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Employment Law Alert: Three Interesting Cases: One Title VII, One ADA & One That Serves As A Cautionary Reminder Regarding Separation Agreements

On November 30, a jury in Georgia found the chairman and controlling shareholder of “Jocks & Jills,” a chain of restaurant/sports bars in the greater Atlanta area, personally liable for racial and sexual harassment in violation of Title VII. He was ordered to pay $250,000 in compensatory damages and another $750,000 in punitive damages to the plaintiff, Tracey Tomczyk, after the jury found he had engaged in “extensive verbal harassment and vulgarity” stemming from Tomczyk’s romantic relationship with a Black man (Tomczyk is White). The harassment continued for a period of years, culminating in Tomczyk’s termination when she walked out of a meeting in June of 1999 in protest over her boss’s comments. The chain, too, paid a heavy price for the harassment of Tomczyk. It was ordered to pay her $250,000 in compensatory damages and $750,000 in punitive damages on Tomczyk’s emotional distress claim, plus another $50,000 in compensatory damages and $200,000 in punitive damages for continuing to employ the harasser despite evidence that it was “reasonably foreseeable from [his] propensities or tendencies that he could cause the type of harm sustained by [Tomczyk].” Tomczyk’s total award was $2.25 million. Interestingly, the case -- which was originally filed in 2000 -- was initially decided in the employer’s favor, but was appealed and remanded for trial, resulting in this verdict.

Another interesting case recently decided by the Seventh Circuit Court of Appeals is Timmons v. General Motors, which was brought under the ADA. Timmons, who had been employed by GM since 1974, was diagnosed with MS in 1992. Despite this diagnosis, he continued to work full time and was promoted to the position of nationwide customer activities manager in 1999. Timmons was one of only five people to hold this position, which required him to spend approximately 50% of his work time traveling to dealerships and customer call centers in Florida, Texas and California. By 2002, Timmons’ MS had worsened to the point that he was having difficulty walking. GM accommodated him by providing him with motorized scooters, a home office and other equipment. However, after GM managers and field employees began expressing concerns about Timmons’ continued ability to drive (which were substantiated by Timmons having lost control of his scooter, crashing it in a parking lot, missing several dealer meetings and having an assistant drive him to an out-of-state business meeting), GM placed him off work on a medical leave of absence. While on medical leave, Timmons received disability payments which were equal to his manager’s salary. GM also suggested that Timmons consider taking a disability retirement. Timmons sued GM under the ADA, but did not allege that GM had failed to accommodate his disability. Instead, he alleged a disparate treatment claim – that GM treated him less favorably than other, similarly-situated non-disabled workers. The Court rejected this claim because Timmons could not show that he was meeting GM’s legitimate performance expectations at the time he was placed on leave. To the contrary, Timmons’s demonstrated difficulties with driving gave GM legitimate cause for concern as to whether he could continue to perform his duties -- which included frequent driving -- safely. Summary judgment in GM’s favor was affirmed by the Court.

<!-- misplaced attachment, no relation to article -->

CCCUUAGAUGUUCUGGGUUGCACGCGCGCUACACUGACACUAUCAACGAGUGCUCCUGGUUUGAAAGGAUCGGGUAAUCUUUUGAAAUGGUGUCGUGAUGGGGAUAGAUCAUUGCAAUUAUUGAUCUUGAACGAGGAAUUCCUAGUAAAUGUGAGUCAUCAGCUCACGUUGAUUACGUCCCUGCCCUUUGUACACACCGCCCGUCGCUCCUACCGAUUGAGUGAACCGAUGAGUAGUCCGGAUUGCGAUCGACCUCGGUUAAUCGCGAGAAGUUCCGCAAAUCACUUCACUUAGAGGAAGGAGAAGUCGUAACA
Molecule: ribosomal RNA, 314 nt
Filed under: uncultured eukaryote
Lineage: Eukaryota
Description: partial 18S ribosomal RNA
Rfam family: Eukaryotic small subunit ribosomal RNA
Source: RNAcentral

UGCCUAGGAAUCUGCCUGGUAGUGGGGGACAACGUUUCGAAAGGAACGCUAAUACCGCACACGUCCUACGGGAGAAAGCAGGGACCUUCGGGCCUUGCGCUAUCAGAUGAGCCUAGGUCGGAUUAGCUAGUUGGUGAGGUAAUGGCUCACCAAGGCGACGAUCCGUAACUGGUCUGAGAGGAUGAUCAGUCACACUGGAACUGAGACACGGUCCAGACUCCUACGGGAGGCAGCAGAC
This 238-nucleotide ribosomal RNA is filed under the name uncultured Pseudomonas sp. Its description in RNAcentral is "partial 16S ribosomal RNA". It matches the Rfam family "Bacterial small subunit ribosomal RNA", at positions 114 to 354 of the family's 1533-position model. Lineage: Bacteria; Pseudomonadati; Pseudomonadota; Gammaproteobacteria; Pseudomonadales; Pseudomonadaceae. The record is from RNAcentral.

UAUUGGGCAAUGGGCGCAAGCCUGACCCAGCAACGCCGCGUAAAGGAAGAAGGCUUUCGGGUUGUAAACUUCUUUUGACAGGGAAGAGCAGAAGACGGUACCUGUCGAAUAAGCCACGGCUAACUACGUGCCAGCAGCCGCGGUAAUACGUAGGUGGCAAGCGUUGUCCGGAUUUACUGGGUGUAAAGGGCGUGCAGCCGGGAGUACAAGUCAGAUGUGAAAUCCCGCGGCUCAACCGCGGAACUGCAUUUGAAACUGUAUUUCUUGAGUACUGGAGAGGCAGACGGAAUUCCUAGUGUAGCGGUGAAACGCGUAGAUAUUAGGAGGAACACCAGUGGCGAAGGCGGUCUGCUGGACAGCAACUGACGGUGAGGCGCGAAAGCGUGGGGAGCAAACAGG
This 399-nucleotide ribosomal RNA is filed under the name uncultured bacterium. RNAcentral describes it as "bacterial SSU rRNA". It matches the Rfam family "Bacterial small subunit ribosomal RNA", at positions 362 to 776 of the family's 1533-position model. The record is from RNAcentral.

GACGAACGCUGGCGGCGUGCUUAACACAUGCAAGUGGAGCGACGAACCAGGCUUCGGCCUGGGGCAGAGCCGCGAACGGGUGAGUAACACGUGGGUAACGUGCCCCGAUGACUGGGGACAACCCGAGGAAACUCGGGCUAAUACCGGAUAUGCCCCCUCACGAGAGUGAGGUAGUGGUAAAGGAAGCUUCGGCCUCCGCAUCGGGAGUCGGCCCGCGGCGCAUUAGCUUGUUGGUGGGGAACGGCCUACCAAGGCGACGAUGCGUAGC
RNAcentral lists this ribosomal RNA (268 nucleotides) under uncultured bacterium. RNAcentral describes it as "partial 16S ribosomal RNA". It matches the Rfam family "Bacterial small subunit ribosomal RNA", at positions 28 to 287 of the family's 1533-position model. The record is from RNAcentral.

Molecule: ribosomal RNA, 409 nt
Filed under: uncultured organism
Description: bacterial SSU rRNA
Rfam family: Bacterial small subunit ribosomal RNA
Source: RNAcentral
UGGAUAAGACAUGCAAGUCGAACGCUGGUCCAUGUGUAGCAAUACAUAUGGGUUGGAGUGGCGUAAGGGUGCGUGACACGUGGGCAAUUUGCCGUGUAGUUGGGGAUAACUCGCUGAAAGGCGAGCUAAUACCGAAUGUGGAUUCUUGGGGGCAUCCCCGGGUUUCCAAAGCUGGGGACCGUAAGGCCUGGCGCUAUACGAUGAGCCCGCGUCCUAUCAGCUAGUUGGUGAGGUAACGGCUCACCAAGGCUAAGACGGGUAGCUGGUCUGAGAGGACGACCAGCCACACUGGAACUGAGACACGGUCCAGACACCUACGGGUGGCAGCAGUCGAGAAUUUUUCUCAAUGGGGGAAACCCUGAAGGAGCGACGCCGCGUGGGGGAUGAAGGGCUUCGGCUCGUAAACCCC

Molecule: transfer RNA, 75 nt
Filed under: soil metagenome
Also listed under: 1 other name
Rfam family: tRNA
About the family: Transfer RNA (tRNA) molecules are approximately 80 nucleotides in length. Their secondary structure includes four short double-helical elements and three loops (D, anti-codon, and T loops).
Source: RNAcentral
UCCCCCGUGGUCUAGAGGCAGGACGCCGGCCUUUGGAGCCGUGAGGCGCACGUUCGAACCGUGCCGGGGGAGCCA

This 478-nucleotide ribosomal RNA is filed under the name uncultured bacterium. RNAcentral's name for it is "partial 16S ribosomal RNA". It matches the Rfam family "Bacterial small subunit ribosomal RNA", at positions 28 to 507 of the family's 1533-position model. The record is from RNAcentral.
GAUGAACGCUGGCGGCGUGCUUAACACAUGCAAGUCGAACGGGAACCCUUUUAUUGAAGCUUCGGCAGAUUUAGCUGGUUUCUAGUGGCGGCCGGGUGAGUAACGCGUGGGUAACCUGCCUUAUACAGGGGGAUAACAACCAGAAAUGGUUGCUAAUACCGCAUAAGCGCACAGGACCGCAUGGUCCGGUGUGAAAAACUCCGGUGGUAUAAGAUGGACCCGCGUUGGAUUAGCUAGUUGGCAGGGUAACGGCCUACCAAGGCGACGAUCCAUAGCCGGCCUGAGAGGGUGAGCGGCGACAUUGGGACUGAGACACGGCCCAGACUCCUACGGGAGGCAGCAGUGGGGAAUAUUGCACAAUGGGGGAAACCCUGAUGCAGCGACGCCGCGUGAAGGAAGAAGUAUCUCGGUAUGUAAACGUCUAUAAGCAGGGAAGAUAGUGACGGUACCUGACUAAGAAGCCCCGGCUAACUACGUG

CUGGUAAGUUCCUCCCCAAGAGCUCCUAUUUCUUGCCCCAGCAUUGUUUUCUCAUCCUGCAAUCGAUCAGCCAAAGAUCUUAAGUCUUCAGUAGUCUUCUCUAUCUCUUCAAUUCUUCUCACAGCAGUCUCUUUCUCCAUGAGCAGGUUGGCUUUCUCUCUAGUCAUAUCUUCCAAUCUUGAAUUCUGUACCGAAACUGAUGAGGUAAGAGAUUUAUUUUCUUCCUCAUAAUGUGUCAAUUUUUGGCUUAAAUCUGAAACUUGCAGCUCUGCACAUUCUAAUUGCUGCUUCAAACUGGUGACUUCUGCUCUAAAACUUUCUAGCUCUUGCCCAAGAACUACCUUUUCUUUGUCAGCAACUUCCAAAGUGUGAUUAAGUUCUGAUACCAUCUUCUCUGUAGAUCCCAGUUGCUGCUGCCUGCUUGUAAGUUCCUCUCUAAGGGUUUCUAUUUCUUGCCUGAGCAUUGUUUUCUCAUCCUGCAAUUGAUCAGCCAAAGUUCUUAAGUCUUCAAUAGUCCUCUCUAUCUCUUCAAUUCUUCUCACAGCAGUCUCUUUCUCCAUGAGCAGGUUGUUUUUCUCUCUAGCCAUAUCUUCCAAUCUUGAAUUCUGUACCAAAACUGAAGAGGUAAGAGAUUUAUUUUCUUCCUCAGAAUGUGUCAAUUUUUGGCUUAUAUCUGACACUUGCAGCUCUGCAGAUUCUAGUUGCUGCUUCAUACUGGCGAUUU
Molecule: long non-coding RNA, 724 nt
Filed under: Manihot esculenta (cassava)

The final case is Avery Dennison Corp. v. Naimo. In that case, the U.S. District Court for the Northern District of Illinois was called upon to decide whether Avery Dennison could still enforce a noncompete agreement against a former employee who had subsequently signed a general release of claims. The noncompete said that the employee would not compete with Avery for 12 months after his employment ceased. The employee’s employment did end two years later, and he signed a release of claims in exchange for a separation payment. The release provided that it was “in full and final settlement of any and all matters relating to or arising out of Employee’s employment and separation from employment.” It also contained language that it embodied the complete agreement of the parties; there was no reference to the earlier noncompete agreement. On this evidence, the Court held that the release barred Avery Dennison from enforcing the noncompete agreement.

Bottom Line

The Tomczyk case is obviously a good reminder of the serious consequences that can come from failing to take an employee’s harassment claims seriously by immediately conducting a thorough investigation and, if the alleged harassment is substantiated, taking prompt and effective remedial action. The employer got hit hard in that case because it continued its relationship with the alleged harasser and, apparently, turned a blind eye to the harassment, allowing it to continue for a period of years. The Timmons case is a good result for employers because it reinforces the fact that employers will not automatically face liability under the ADA merely because they take affirmative steps -- such as offering the employee a disability retirement or placing him/her on a medical leave -- in the face of serious concerns over the employee’s continued ability to perform certain essential job duties in a safe manner. Finally, the Avery Dennison case is a good reminder that severance agreements must be carefully worded to specifically exclude any pre-existing agreements the employer will want to enforce post-termination.



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